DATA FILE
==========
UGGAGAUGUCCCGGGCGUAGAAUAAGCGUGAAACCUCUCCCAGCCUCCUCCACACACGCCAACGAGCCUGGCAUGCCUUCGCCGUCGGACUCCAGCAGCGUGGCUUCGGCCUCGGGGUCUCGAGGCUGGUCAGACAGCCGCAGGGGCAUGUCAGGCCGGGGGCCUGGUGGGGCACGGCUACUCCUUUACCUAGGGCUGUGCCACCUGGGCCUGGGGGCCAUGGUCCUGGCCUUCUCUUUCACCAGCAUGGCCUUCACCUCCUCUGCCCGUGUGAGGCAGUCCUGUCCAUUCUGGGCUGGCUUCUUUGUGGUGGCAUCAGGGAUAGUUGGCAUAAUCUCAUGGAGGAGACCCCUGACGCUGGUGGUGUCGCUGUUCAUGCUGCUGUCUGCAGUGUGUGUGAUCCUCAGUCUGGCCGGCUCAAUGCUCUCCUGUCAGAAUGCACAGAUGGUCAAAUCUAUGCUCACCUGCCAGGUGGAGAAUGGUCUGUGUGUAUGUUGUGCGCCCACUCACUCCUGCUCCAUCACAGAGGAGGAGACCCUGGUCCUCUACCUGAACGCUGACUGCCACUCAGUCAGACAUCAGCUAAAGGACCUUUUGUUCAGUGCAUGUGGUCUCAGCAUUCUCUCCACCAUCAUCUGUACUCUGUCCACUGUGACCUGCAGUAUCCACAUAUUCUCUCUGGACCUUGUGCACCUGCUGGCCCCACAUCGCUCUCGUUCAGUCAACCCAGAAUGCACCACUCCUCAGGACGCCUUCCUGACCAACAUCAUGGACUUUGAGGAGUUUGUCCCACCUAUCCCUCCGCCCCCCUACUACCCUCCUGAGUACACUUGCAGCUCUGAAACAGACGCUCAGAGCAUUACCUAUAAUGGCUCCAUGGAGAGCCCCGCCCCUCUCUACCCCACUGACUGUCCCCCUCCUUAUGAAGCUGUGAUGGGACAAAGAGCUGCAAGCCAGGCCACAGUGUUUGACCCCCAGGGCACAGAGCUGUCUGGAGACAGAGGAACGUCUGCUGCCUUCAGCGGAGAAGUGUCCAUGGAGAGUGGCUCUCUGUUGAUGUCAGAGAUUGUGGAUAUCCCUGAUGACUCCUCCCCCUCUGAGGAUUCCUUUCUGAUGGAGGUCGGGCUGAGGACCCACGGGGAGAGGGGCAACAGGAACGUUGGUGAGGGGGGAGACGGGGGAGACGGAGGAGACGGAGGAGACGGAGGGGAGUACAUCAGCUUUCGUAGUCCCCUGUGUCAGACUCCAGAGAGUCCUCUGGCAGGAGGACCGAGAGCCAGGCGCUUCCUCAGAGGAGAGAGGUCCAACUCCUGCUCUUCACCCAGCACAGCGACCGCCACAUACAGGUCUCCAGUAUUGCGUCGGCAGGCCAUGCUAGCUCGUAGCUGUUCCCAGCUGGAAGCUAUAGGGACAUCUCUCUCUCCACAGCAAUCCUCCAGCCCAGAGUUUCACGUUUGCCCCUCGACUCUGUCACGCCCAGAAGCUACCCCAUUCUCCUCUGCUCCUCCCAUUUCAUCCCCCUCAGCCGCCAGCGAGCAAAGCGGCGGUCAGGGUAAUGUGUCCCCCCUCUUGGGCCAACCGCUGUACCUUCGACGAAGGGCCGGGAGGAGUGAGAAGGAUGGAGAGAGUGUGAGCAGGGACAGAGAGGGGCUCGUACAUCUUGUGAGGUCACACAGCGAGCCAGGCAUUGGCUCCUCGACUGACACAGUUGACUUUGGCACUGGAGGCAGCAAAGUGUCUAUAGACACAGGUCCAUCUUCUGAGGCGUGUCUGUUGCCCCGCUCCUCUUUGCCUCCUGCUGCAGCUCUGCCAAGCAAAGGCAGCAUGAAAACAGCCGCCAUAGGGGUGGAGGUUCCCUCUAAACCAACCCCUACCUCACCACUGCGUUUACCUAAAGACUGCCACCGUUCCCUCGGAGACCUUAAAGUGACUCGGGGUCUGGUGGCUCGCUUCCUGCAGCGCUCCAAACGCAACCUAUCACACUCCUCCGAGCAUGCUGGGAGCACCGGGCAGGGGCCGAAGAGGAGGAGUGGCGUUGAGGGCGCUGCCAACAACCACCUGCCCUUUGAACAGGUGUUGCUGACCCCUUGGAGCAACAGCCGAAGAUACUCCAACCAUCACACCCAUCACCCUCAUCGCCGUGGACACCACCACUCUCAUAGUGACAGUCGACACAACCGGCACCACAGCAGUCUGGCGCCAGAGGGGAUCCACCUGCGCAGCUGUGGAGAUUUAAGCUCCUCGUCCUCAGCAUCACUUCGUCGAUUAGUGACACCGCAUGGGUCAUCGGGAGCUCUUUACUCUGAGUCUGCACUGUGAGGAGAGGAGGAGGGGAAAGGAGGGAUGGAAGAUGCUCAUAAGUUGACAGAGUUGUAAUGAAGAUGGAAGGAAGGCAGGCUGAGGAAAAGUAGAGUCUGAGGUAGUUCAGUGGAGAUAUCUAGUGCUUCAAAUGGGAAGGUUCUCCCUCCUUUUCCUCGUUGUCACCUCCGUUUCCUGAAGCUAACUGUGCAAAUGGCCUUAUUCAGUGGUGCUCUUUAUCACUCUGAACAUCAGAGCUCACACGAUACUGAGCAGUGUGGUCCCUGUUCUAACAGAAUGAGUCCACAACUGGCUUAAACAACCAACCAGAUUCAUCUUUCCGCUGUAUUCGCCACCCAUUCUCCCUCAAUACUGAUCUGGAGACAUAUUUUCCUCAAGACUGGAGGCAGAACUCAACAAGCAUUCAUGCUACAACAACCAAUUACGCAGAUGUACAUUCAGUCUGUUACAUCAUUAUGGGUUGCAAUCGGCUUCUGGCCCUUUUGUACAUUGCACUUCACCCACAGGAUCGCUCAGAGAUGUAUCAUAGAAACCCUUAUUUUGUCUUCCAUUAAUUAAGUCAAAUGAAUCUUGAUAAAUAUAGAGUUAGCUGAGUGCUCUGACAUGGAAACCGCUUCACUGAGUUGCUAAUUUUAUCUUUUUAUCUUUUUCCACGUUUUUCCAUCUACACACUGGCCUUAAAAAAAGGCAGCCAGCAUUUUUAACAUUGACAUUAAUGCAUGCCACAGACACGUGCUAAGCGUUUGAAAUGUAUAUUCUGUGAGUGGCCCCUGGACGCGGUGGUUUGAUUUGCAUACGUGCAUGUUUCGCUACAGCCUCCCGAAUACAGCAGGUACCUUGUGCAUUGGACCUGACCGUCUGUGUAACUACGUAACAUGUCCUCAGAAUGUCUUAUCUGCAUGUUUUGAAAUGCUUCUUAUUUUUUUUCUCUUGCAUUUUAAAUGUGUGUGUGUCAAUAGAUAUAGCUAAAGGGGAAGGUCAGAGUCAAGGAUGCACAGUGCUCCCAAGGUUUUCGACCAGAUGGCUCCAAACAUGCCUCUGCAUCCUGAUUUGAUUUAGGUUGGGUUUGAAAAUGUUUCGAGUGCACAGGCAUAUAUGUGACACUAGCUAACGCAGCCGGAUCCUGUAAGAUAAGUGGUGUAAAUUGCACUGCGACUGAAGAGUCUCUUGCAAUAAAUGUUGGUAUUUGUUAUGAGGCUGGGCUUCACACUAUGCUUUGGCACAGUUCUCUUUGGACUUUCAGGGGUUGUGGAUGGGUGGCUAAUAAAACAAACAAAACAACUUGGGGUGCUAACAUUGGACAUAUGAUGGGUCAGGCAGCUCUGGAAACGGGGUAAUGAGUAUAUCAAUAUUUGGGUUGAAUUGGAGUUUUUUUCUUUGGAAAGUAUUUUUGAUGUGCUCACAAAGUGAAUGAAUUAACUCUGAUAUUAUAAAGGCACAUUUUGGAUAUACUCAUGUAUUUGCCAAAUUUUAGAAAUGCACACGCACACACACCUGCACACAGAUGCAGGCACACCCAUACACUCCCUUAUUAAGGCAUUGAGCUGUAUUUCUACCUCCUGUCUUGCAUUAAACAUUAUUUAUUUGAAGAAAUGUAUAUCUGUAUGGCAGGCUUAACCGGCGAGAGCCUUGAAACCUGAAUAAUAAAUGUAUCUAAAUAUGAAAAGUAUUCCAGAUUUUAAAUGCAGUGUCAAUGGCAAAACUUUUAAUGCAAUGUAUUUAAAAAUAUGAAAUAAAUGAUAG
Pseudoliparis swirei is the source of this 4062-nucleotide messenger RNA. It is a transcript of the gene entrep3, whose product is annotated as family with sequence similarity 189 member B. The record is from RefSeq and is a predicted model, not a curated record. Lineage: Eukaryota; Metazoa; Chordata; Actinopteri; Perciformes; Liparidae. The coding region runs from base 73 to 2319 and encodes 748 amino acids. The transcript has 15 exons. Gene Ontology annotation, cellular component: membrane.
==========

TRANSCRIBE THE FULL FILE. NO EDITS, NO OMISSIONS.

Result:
UGGAGAUGUCCCGGGCGUAGAAUAAGCGUGAAACCUCUCCCAGCCUCCUCCACACACGCCAACGAGCCUGGCAUGCCUUCGCCGUCGGACUCCAGCAGCGUGGCUUCGGCCUCGGGGUCUCGAGGCUGGUCAGACAGCCGCAGGGGCAUGUCAGGCCGGGGGCCUGGUGGGGCACGGCUACUCCUUUACCUAGGGCUGUGCCACCUGGGCCUGGGGGCCAUGGUCCUGGCCUUCUCUUUCACCAGCAUGGCCUUCACCUCCUCUGCCCGUGUGAGGCAGUCCUGUCCAUUCUGGGCUGGCUUCUUUGUGGUGGCAUCAGGGAUAGUUGGCAUAAUCUCAUGGAGGAGACCCCUGACGCUGGUGGUGUCGCUGUUCAUGCUGCUGUCUGCAGUGUGUGUGAUCCUCAGUCUGGCCGGCUCAAUGCUCUCCUGUCAGAAUGCACAGAUGGUCAAAUCUAUGCUCACCUGCCAGGUGGAGAAUGGUCUGUGUGUAUGUUGUGCGCCCACUCACUCCUGCUCCAUCACAGAGGAGGAGACCCUGGUCCUCUACCUGAACGCUGACUGCCACUCAGUCAGACAUCAGCUAAAGGACCUUUUGUUCAGUGCAUGUGGUCUCAGCAUUCUCUCCACCAUCAUCUGUACUCUGUCCACUGUGACCUGCAGUAUCCACAUAUUCUCUCUGGACCUUGUGCACCUGCUGGCCCCACAUCGCUCUCGUUCAGUCAACCCAGAAUGCACCACUCCUCAGGACGCCUUCCUGACCAACAUCAUGGACUUUGAGGAGUUUGUCCCACCUAUCCCUCCGCCCCCCUACUACCCUCCUGAGUACACUUGCAGCUCUGAAACAGACGCUCAGAGCAUUACCUAUAAUGGCUCCAUGGAGAGCCCCGCCCCUCUCUACCCCACUGACUGUCCCCCUCCUUAUGAAGCUGUGAUGGGACAAAGAGCUGCAAGCCAGGCCACAGUGUUUGACCCCCAGGGCACAGAGCUGUCUGGAGACAGAGGAACGUCUGCUGCCUUCAGCGGAGAAGUGUCCAUGGAGAGUGGCUCUCUGUUGAUGUCAGAGAUUGUGGAUAUCCCUGAUGACUCCUCCCCCUCUGAGGAUUCCUUUCUGAUGGAGGUCGGGCUGAGGACCCACGGGGAGAGGGGCAACAGGAACGUUGGUGAGGGGGGAGACGGGGGAGACGGAGGAGACGGAGGAGACGGAGGGGAGUACAUCAGCUUUCGUAGUCCCCUGUGUCAGACUCCAGAGAGUCCUCUGGCAGGAGGACCGAGAGCCAGGCGCUUCCUCAGAGGAGAGAGGUCCAACUCCUGCUCUUCACCCAGCACAGCGACCGCCACAUACAGGUCUCCAGUAUUGCGUCGGCAGGCCAUGCUAGCUCGUAGCUGUUCCCAGCUGGAAGCUAUAGGGACAUCUCUCUCUCCACAGCAAUCCUCCAGCCCAGAGUUUCACGUUUGCCCCUCGACUCUGUCACGCCCAGAAGCUACCCCAUUCUCCUCUGCUCCUCCCAUUUCAUCCCCCUCAGCCGCCAGCGAGCAAAGCGGCGGUCAGGGUAAUGUGUCCCCCCUCUUGGGCCAACCGCUGUACCUUCGACGAAGGGCCGGGAGGAGUGAGAAGGAUGGAGAGAGUGUGAGCAGGGACAGAGAGGGGCUCGUACAUCUUGUGAGGUCACACAGCGAGCCAGGCAUUGGCUCCUCGACUGACACAGUUGACUUUGGCACUGGAGGCAGCAAAGUGUCUAUAGACACAGGUCCAUCUUCUGAGGCGUGUCUGUUGCCCCGCUCCUCUUUGCCUCCUGCUGCAGCUCUGCCAAGCAAAGGCAGCAUGAAAACAGCCGCCAUAGGGGUGGAGGUUCCCUCUAAACCAACCCCUACCUCACCACUGCGUUUACCUAAAGACUGCCACCGUUCCCUCGGAGACCUUAAAGUGACUCGGGGUCUGGUGGCUCGCUUCCUGCAGCGCUCCAAACGCAACCUAUCACACUCCUCCGAGCAUGCUGGGAGCACCGGGCAGGGGCCGAAGAGGAGGAGUGGCGUUGAGGGCGCUGCCAACAACCACCUGCCCUUUGAACAGGUGUUGCUGACCCCUUGGAGCAACAGCCGAAGAUACUCCAACCAUCACACCCAUCACCCUCAUCGCCGUGGACACCACCACUCUCAUAGUGACAGUCGACACAACCGGCACCACAGCAGUCUGGCGCCAGAGGGGAUCCACCUGCGCAGCUGUGGAGAUUUAAGCUCCUCGUCCUCAGCAUCACUUCGUCGAUUAGUGACACCGCAUGGGUCAUCGGGAGCUCUUUACUCUGAGUCUGCACUGUGAGGAGAGGAGGAGGGGAAAGGAGGGAUGGAAGAUGCUCAUAAGUUGACAGAGUUGUAAUGAAGAUGGAAGGAAGGCAGGCUGAGGAAAAGUAGAGUCUGAGGUAGUUCAGUGGAGAUAUCUAGUGCUUCAAAUGGGAAGGUUCUCCCUCCUUUUCCUCGUUGUCACCUCCGUUUCCUGAAGCUAACUGUGCAAAUGGCCUUAUUCAGUGGUGCUCUUUAUCACUCUGAACAUCAGAGCUCACACGAUACUGAGCAGUGUGGUCCCUGUUCUAACAGAAUGAGUCCACAACUGGCUUAAACAACCAACCAGAUUCAUCUUUCCGCUGUAUUCGCCACCCAUUCUCCCUCAAUACUGAUCUGGAGACAUAUUUUCCUCAAGACUGGAGGCAGAACUCAACAAGCAUUCAUGCUACAACAACCAAUUACGCAGAUGUACAUUCAGUCUGUUACAUCAUUAUGGGUUGCAAUCGGCUUCUGGCCCUUUUGUACAUUGCACUUCACCCACAGGAUCGCUCAGAGAUGUAUCAUAGAAACCCUUAUUUUGUCUUCCAUUAAUUAAGUCAAAUGAAUCUUGAUAAAUAUAGAGUUAGCUGAGUGCUCUGACAUGGAAACCGCUUCACUGAGUUGCUAAUUUUAUCUUUUUAUCUUUUUCCACGUUUUUCCAUCUACACACUGGCCUUAAAAAAAGGCAGCCAGCAUUUUUAACAUUGACAUUAAUGCAUGCCACAGACACGUGCUAAGCGUUUGAAAUGUAUAUUCUGUGAGUGGCCCCUGGACGCGGUGGUUUGAUUUGCAUACGUGCAUGUUUCGCUACAGCCUCCCGAAUACAGCAGGUACCUUGUGCAUUGGACCUGACCGUCUGUGUAACUACGUAACAUGUCCUCAGAAUGUCUUAUCUGCAUGUUUUGAAAUGCUUCUUAUUUUUUUUCUCUUGCAUUUUAAAUGUGUGUGUGUCAAUAGAUAUAGCUAAAGGGGAAGGUCAGAGUCAAGGAUGCACAGUGCUCCCAAGGUUUUCGACCAGAUGGCUCCAAACAUGCCUCUGCAUCCUGAUUUGAUUUAGGUUGGGUUUGAAAAUGUUUCGAGUGCACAGGCAUAUAUGUGACACUAGCUAACGCAGCCGGAUCCUGUAAGAUAAGUGGUGUAAAUUGCACUGCGACUGAAGAGUCUCUUGCAAUAAAUGUUGGUAUUUGUUAUGAGGCUGGGCUUCACACUAUGCUUUGGCACAGUUCUCUUUGGACUUUCAGGGGUUGUGGAUGGGUGGCUAAUAAAACAAACAAAACAACUUGGGGUGCUAACAUUGGACAUAUGAUGGGUCAGGCAGCUCUGGAAACGGGGUAAUGAGUAUAUCAAUAUUUGGGUUGAAUUGGAGUUUUUUUCUUUGGAAAGUAUUUUUGAUGUGCUCACAAAGUGAAUGAAUUAACUCUGAUAUUAUAAAGGCACAUUUUGGAUAUACUCAUGUAUUUGCCAAAUUUUAGAAAUGCACACGCACACACACCUGCACACAGAUGCAGGCACACCCAUACACUCCCUUAUUAAGGCAUUGAGCUGUAUUUCUACCUCCUGUCUUGCAUUAAACAUUAUUUAUUUGAAGAAAUGUAUAUCUGUAUGGCAGGCUUAACCGGCGAGAGCCUUGAAACCUGAAUAAUAAAUGUAUCUAAAUAUGAAAAGUAUUCCAGAUUUUAAAUGCAGUGUCAAUGGCAAAACUUUUAAUGCAAUGUAUUUAAAAAUAUGAAAUAAAUGAUAG
Pseudoliparis swirei is the source of this 4062-nucleotide messenger RNA. It is a transcript of the gene entrep3, whose product is annotated as family with sequence similarity 189 member B. The record is from RefSeq and is a predicted model, not a curated record. Lineage: Eukaryota; Metazoa; Chordata; Actinopteri; Perciformes; Liparidae. The coding region runs from base 73 to 2319 and encodes 748 amino acids. The transcript has 15 exons. Gene Ontology annotation, cellular component: membrane.